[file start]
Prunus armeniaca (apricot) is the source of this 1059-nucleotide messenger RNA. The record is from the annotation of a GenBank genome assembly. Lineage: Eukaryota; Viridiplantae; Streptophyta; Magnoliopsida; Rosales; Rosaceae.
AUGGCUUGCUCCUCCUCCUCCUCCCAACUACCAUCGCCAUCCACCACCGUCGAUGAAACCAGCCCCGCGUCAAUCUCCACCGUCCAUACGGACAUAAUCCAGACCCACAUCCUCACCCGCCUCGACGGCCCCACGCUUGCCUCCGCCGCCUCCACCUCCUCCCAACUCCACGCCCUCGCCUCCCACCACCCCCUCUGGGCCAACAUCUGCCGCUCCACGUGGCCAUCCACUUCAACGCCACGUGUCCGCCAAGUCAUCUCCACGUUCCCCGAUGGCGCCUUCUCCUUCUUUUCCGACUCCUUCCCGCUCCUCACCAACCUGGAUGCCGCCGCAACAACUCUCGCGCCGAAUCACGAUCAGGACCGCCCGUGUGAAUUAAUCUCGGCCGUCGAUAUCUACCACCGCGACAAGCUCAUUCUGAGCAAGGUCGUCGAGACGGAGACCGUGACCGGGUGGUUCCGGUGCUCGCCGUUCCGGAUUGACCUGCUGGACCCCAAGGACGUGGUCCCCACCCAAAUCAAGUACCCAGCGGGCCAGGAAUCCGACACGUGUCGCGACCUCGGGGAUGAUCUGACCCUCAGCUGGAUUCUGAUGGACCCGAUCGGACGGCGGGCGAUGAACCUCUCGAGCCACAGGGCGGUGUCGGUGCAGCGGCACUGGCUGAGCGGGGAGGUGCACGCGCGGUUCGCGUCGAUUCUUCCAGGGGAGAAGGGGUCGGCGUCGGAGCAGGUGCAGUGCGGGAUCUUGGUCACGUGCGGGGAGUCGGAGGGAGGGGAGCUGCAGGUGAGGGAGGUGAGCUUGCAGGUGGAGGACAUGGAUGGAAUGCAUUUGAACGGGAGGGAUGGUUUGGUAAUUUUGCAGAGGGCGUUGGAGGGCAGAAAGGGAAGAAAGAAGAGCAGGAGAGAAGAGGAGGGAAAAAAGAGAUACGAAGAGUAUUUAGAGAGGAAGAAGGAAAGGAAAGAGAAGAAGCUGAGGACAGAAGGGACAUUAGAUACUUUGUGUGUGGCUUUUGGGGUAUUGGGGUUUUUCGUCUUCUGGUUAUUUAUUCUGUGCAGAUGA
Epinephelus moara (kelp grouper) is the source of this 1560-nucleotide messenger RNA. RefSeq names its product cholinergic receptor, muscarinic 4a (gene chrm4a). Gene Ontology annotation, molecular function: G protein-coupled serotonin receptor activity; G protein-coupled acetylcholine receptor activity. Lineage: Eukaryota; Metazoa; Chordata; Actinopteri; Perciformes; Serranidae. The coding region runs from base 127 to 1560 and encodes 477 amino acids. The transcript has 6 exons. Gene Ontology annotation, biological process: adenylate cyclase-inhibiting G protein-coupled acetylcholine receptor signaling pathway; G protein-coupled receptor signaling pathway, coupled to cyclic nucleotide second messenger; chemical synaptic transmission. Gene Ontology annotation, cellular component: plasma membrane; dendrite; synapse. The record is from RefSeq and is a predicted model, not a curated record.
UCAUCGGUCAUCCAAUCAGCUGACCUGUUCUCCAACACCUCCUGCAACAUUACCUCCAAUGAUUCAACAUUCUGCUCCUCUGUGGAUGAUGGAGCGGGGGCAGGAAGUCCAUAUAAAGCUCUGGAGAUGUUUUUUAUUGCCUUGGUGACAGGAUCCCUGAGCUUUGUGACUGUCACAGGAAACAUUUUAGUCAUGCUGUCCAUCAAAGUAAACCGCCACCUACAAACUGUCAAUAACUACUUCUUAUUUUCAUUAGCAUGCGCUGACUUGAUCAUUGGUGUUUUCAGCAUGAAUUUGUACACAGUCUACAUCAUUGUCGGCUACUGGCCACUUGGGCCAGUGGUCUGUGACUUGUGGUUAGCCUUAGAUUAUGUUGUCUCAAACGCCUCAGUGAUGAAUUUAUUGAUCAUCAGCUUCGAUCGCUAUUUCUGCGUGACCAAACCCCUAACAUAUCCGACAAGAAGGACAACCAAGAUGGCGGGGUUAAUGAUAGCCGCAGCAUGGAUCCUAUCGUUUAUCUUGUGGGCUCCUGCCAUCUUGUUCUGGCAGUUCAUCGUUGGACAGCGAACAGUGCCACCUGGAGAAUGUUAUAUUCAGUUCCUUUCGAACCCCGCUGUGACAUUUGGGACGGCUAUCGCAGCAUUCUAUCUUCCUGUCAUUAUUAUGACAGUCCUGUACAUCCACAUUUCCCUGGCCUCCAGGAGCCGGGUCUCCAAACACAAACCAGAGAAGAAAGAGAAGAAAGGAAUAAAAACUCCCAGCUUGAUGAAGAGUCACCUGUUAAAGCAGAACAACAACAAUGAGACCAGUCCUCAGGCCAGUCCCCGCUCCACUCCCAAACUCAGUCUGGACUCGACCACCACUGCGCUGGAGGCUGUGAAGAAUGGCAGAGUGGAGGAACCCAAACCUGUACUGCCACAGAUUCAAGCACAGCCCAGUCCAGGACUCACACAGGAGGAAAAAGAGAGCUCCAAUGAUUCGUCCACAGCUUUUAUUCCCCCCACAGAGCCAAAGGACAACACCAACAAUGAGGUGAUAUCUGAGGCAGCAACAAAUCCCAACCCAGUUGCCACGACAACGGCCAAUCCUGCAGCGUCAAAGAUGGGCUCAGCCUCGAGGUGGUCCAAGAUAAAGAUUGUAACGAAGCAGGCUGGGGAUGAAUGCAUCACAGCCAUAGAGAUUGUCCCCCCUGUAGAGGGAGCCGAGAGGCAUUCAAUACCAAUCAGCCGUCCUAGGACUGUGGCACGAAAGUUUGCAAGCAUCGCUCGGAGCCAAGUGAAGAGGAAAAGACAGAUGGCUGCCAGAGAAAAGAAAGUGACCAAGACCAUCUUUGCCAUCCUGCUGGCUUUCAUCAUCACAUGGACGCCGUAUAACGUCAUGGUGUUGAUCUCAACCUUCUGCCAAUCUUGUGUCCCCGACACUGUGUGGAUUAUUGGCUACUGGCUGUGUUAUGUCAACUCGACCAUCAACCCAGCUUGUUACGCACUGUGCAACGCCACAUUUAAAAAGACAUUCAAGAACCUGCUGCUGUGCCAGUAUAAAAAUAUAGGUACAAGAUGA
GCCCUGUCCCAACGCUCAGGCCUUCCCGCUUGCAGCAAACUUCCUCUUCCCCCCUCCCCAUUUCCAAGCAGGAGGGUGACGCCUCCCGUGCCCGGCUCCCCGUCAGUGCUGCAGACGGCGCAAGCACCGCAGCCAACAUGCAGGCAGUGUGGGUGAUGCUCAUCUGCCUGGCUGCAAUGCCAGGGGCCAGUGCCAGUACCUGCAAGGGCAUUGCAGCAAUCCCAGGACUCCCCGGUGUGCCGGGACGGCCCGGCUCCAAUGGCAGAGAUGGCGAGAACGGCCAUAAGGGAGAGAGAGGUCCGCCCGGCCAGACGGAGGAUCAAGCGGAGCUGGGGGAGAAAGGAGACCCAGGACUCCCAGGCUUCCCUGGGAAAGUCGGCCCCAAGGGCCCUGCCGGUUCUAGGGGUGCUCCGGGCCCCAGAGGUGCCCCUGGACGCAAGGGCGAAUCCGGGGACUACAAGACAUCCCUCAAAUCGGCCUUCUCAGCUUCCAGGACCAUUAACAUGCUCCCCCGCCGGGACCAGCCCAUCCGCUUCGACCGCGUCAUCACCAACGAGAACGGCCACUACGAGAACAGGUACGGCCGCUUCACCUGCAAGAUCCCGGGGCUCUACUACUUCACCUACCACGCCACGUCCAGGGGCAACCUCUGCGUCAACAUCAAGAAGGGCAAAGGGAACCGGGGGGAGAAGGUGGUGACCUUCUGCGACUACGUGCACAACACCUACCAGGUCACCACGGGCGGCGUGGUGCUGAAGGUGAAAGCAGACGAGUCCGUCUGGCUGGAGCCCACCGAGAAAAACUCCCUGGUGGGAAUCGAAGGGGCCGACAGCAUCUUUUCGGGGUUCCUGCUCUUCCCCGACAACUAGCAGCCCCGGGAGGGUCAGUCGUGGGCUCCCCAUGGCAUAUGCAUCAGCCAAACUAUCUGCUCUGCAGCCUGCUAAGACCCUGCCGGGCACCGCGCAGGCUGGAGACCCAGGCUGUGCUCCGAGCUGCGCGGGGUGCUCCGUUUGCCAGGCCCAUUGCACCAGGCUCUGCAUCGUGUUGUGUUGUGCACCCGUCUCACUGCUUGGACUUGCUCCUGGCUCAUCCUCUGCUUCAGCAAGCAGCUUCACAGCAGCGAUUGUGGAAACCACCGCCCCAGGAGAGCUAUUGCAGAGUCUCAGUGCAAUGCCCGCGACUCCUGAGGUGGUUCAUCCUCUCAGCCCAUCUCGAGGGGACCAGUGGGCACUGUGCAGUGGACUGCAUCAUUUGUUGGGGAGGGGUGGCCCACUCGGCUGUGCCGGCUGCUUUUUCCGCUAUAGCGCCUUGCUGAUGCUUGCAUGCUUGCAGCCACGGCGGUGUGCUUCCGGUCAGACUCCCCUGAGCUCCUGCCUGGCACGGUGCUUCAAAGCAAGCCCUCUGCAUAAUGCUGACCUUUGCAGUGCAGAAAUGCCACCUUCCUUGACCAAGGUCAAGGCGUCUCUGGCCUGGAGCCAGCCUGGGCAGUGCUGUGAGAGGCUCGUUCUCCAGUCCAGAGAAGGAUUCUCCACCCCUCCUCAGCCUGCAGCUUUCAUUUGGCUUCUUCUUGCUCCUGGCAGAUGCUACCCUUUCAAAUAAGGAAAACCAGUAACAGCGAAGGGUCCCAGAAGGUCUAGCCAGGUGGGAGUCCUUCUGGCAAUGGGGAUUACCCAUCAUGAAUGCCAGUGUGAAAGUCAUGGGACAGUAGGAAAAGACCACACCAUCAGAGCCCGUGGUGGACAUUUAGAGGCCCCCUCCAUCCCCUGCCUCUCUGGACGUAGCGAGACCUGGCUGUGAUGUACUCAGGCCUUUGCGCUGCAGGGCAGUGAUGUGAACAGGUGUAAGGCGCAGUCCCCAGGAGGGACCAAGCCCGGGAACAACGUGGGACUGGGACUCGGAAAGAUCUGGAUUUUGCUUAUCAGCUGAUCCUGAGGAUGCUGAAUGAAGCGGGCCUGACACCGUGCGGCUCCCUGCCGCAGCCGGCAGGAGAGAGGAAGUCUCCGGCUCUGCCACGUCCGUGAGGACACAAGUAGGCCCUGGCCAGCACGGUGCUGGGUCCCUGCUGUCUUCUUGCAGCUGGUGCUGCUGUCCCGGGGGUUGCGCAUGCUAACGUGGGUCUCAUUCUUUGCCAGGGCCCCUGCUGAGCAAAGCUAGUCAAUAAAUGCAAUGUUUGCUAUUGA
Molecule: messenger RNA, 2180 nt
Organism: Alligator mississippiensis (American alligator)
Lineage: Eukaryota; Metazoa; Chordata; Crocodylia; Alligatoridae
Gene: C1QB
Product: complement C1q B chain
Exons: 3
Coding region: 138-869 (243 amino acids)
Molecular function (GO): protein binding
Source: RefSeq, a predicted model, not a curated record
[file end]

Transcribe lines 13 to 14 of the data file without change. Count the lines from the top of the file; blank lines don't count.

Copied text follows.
Molecular function (GO): protein binding
Source: RefSeq, a predicted model, not a curated record